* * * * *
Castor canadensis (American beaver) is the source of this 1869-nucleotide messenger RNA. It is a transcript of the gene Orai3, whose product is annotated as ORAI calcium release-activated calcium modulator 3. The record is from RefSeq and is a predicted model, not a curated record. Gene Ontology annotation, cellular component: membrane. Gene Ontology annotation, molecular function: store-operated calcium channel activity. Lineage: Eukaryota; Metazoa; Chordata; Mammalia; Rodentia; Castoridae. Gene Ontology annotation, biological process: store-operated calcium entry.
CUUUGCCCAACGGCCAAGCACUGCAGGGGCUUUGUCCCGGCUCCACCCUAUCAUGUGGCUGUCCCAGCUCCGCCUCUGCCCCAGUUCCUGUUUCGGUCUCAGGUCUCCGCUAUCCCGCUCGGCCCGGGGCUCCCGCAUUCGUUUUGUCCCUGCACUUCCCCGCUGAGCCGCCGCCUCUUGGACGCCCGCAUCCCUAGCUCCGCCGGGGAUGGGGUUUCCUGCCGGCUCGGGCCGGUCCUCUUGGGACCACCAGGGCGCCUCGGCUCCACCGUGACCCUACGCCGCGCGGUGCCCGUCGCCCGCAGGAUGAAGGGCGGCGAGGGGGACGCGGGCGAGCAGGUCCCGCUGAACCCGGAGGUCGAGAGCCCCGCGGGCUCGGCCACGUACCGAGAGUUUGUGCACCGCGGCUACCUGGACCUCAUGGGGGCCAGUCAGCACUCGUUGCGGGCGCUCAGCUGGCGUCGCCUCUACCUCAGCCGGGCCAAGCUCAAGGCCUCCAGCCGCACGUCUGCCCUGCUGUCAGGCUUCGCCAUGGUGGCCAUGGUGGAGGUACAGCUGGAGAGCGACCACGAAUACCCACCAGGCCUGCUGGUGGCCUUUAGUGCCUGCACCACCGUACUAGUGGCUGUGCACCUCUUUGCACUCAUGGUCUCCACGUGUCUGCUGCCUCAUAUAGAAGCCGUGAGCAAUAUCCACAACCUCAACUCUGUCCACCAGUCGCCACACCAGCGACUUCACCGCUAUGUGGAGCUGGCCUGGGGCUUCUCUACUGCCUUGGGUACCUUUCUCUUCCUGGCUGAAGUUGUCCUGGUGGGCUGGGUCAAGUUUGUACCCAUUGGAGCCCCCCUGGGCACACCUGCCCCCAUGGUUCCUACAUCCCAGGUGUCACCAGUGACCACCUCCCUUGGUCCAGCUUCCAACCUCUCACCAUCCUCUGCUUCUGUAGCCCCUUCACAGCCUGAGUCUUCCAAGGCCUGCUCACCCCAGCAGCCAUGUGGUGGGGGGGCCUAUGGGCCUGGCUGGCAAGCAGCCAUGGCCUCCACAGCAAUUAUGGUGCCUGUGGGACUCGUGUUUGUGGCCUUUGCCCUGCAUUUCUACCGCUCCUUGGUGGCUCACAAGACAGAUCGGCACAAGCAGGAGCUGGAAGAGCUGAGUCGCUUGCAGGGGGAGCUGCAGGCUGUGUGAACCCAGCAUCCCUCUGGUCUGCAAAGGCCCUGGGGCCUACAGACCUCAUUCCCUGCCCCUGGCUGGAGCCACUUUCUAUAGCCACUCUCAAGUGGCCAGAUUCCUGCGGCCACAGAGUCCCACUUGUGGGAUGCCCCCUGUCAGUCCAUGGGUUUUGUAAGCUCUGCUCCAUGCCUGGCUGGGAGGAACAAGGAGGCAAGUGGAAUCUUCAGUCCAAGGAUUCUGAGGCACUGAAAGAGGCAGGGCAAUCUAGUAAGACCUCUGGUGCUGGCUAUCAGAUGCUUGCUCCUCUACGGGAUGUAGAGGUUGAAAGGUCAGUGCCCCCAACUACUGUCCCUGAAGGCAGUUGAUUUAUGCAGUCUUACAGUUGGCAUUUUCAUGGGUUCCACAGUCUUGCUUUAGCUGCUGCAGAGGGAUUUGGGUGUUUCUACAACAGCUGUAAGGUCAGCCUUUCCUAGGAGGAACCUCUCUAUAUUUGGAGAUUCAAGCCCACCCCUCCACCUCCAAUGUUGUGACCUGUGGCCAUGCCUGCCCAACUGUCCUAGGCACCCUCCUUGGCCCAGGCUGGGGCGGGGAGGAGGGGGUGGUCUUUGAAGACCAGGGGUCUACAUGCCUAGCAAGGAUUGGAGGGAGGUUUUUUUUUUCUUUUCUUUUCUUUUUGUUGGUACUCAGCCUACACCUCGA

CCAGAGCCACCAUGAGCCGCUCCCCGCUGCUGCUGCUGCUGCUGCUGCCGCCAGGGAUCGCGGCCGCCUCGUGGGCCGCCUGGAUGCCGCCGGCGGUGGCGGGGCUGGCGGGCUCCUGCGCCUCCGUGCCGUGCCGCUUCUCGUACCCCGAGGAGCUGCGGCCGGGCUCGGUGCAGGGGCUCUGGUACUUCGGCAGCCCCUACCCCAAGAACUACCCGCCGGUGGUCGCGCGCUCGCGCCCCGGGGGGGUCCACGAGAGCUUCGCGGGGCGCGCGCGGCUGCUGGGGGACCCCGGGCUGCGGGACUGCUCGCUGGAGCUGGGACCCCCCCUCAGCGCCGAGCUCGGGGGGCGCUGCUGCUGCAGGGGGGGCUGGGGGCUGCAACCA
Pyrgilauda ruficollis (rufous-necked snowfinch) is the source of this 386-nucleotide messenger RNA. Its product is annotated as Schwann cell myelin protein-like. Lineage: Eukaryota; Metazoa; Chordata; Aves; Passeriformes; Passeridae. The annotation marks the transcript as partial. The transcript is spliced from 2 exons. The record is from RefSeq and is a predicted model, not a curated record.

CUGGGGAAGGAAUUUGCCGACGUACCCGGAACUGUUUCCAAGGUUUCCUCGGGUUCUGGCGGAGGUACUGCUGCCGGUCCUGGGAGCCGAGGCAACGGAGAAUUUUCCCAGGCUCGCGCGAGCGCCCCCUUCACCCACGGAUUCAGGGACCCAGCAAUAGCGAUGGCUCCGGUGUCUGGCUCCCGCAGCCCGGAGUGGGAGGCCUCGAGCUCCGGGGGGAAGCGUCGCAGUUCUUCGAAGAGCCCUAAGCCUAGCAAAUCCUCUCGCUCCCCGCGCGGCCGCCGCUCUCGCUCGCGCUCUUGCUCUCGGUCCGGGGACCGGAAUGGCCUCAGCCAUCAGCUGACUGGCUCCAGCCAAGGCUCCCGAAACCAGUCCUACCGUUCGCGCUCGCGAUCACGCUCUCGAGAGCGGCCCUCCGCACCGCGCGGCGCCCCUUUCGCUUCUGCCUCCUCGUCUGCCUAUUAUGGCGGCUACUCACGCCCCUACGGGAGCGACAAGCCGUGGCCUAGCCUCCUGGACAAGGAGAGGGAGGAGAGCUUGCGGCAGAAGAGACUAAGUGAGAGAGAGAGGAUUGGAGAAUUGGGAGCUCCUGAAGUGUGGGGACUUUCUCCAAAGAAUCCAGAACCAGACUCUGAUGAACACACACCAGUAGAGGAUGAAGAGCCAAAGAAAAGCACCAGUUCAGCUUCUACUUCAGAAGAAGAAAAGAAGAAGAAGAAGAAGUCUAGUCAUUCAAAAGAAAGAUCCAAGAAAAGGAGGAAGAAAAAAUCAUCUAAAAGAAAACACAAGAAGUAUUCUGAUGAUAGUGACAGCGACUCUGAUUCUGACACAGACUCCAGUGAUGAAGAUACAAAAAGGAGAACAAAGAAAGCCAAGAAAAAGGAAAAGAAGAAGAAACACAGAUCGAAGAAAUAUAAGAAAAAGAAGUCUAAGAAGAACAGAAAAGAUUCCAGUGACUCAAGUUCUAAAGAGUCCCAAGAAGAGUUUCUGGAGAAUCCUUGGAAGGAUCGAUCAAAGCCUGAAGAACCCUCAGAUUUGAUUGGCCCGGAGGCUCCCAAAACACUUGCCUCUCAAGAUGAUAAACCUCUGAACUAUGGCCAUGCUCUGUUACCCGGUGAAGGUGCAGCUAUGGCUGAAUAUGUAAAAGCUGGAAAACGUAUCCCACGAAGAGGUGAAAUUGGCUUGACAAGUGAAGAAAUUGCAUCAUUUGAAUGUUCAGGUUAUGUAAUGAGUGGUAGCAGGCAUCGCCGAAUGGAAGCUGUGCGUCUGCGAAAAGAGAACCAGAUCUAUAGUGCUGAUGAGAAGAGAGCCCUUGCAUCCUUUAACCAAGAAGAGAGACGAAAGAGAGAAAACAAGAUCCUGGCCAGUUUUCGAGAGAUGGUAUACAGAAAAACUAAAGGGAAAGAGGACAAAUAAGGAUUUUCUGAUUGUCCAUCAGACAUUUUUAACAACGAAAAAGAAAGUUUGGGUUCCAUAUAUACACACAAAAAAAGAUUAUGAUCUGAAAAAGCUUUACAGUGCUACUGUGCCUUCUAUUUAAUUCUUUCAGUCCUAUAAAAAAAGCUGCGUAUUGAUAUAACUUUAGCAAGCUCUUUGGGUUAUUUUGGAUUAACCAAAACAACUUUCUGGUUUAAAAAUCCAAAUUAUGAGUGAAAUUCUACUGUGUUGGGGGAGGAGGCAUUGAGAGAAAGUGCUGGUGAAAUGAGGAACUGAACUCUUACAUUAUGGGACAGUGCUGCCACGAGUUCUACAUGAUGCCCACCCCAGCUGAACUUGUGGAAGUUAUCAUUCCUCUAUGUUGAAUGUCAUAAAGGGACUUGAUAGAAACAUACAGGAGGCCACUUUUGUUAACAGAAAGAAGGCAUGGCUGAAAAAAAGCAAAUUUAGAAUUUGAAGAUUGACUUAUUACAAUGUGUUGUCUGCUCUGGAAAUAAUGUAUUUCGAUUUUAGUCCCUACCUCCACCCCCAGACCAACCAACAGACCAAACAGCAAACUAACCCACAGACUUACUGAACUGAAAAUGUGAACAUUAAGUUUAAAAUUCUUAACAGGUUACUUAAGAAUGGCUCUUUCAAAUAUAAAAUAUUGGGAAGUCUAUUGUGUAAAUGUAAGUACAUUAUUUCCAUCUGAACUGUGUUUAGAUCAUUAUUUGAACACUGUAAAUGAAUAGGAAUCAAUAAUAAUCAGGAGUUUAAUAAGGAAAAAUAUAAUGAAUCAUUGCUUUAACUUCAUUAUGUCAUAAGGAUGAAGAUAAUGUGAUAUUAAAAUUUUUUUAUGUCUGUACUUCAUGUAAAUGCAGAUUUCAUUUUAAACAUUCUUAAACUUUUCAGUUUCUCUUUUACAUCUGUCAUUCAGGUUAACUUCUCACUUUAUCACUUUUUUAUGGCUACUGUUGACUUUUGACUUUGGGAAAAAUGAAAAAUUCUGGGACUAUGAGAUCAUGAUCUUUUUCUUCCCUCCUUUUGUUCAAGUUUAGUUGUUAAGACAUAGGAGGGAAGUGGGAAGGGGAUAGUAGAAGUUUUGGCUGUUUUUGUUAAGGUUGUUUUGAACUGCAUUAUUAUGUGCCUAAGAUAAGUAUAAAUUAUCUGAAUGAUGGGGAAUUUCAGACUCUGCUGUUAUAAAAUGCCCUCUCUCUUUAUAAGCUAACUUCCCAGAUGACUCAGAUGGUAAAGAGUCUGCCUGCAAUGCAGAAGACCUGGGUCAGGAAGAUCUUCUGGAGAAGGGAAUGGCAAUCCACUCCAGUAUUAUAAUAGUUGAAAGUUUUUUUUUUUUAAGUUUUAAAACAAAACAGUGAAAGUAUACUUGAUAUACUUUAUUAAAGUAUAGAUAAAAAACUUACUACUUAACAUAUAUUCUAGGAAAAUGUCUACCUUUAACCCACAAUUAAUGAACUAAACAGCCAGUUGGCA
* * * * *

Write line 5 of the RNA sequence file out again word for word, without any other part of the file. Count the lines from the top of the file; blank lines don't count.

CUGGGGAAGGAAUUUGCCGACGUACCCGGAACUGUUUCCAAGGUUUCCUCGGGUUCUGGCGGAGGUACUGCUGCCGGUCCUGGGAGCCGAGGCAACGGAGAAUUUUCCCAGGCUCGCGCGAGCGCCCCCUUCACCCACGGAUUCAGGGACCCAGCAAUAGCGAUGGCUCCGGUGUCUGGCUCCCGCAGCCCGGAGUGGGAGGCCUCGAGCUCCGGGGGGAAGCGUCGCAGUUCUUCGAAGAGCCCUAAGCCUAGCAAAUCCUCUCGCUCCCCGCGCGGCCGCCGCUCUCGCUCGCGCUCUUGCUCUCGGUCCGGGGACCGGAAUGGCCUCAGCCAUCAGCUGACUGGCUCCAGCCAAGGCUCCCGAAACCAGUCCUACCGUUCGCGCUCGCGAUCACGCUCUCGAGAGCGGCCCUCCGCACCGCGCGGCGCCCCUUUCGCUUCUGCCUCCUCGUCUGCCUAUUAUGGCGGCUACUCACGCCCCUACGGGAGCGACAAGCCGUGGCCUAGCCUCCUGGACAAGGAGAGGGAGGAGAGCUUGCGGCAGAAGAGACUAAGUGAGAGAGAGAGGAUUGGAGAAUUGGGAGCUCCUGAAGUGUGGGGACUUUCUCCAAAGAAUCCAGAACCAGACUCUGAUGAACACACACCAGUAGAGGAUGAAGAGCCAAAGAAAAGCACCAGUUCAGCUUCUACUUCAGAAGAAGAAAAGAAGAAGAAGAAGAAGUCUAGUCAUUCAAAAGAAAGAUCCAAGAAAAGGAGGAAGAAAAAAUCAUCUAAAAGAAAACACAAGAAGUAUUCUGAUGAUAGUGACAGCGACUCUGAUUCUGACACAGACUCCAGUGAUGAAGAUACAAAAAGGAGAACAAAGAAAGCCAAGAAAAAGGAAAAGAAGAAGAAACACAGAUCGAAGAAAUAUAAGAAAAAGAAGUCUAAGAAGAACAGAAAAGAUUCCAGUGACUCAAGUUCUAAAGAGUCCCAAGAAGAGUUUCUGGAGAAUCCUUGGAAGGAUCGAUCAAAGCCUGAAGAACCCUCAGAUUUGAUUGGCCCGGAGGCUCCCAAAACACUUGCCUCUCAAGAUGAUAAACCUCUGAACUAUGGCCAUGCUCUGUUACCCGGUGAAGGUGCAGCUAUGGCUGAAUAUGUAAAAGCUGGAAAACGUAUCCCACGAAGAGGUGAAAUUGGCUUGACAAGUGAAGAAAUUGCAUCAUUUGAAUGUUCAGGUUAUGUAAUGAGUGGUAGCAGGCAUCGCCGAAUGGAAGCUGUGCGUCUGCGAAAAGAGAACCAGAUCUAUAGUGCUGAUGAGAAGAGAGCCCUUGCAUCCUUUAACCAAGAAGAGAGACGAAAGAGAGAAAACAAGAUCCUGGCCAGUUUUCGAGAGAUGGUAUACAGAAAAACUAAAGGGAAAGAGGACAAAUAAGGAUUUUCUGAUUGUCCAUCAGACAUUUUUAACAACGAAAAAGAAAGUUUGGGUUCCAUAUAUACACACAAAAAAAGAUUAUGAUCUGAAAAAGCUUUACAGUGCUACUGUGCCUUCUAUUUAAUUCUUUCAGUCCUAUAAAAAAAGCUGCGUAUUGAUAUAACUUUAGCAAGCUCUUUGGGUUAUUUUGGAUUAACCAAAACAACUUUCUGGUUUAAAAAUCCAAAUUAUGAGUGAAAUUCUACUGUGUUGGGGGAGGAGGCAUUGAGAGAAAGUGCUGGUGAAAUGAGGAACUGAACUCUUACAUUAUGGGACAGUGCUGCCACGAGUUCUACAUGAUGCCCACCCCAGCUGAACUUGUGGAAGUUAUCAUUCCUCUAUGUUGAAUGUCAUAAAGGGACUUGAUAGAAACAUACAGGAGGCCACUUUUGUUAACAGAAAGAAGGCAUGGCUGAAAAAAAGCAAAUUUAGAAUUUGAAGAUUGACUUAUUACAAUGUGUUGUCUGCUCUGGAAAUAAUGUAUUUCGAUUUUAGUCCCUACCUCCACCCCCAGACCAACCAACAGACCAAACAGCAAACUAACCCACAGACUUACUGAACUGAAAAUGUGAACAUUAAGUUUAAAAUUCUUAACAGGUUACUUAAGAAUGGCUCUUUCAAAUAUAAAAUAUUGGGAAGUCUAUUGUGUAAAUGUAAGUACAUUAUUUCCAUCUGAACUGUGUUUAGAUCAUUAUUUGAACACUGUAAAUGAAUAGGAAUCAAUAAUAAUCAGGAGUUUAAUAAGGAAAAAUAUAAUGAAUCAUUGCUUUAACUUCAUUAUGUCAUAAGGAUGAAGAUAAUGUGAUAUUAAAAUUUUUUUAUGUCUGUACUUCAUGUAAAUGCAGAUUUCAUUUUAAACAUUCUUAAACUUUUCAGUUUCUCUUUUACAUCUGUCAUUCAGGUUAACUUCUCACUUUAUCACUUUUUUAUGGCUACUGUUGACUUUUGACUUUGGGAAAAAUGAAAAAUUCUGGGACUAUGAGAUCAUGAUCUUUUUCUUCCCUCCUUUUGUUCAAGUUUAGUUGUUAAGACAUAGGAGGGAAGUGGGAAGGGGAUAGUAGAAGUUUUGGCUGUUUUUGUUAAGGUUGUUUUGAACUGCAUUAUUAUGUGCCUAAGAUAAGUAUAAAUUAUCUGAAUGAUGGGGAAUUUCAGACUCUGCUGUUAUAAAAUGCCCUCUCUCUUUAUAAGCUAACUUCCCAGAUGACUCAGAUGGUAAAGAGUCUGCCUGCAAUGCAGAAGACCUGGGUCAGGAAGAUCUUCUGGAGAAGGGAAUGGCAAUCCACUCCAGUAUUAUAAUAGUUGAAAGUUUUUUUUUUUUAAGUUUUAAAACAAAACAGUGAAAGUAUACUUGAUAUACUUUAUUAAAGUAUAGAUAAAAAACUUACUACUUAACAUAUAUUCUAGGAAAAUGUCUACCUUUAACCCACAAUUAAUGAACUAAACAGCCAGUUGGCA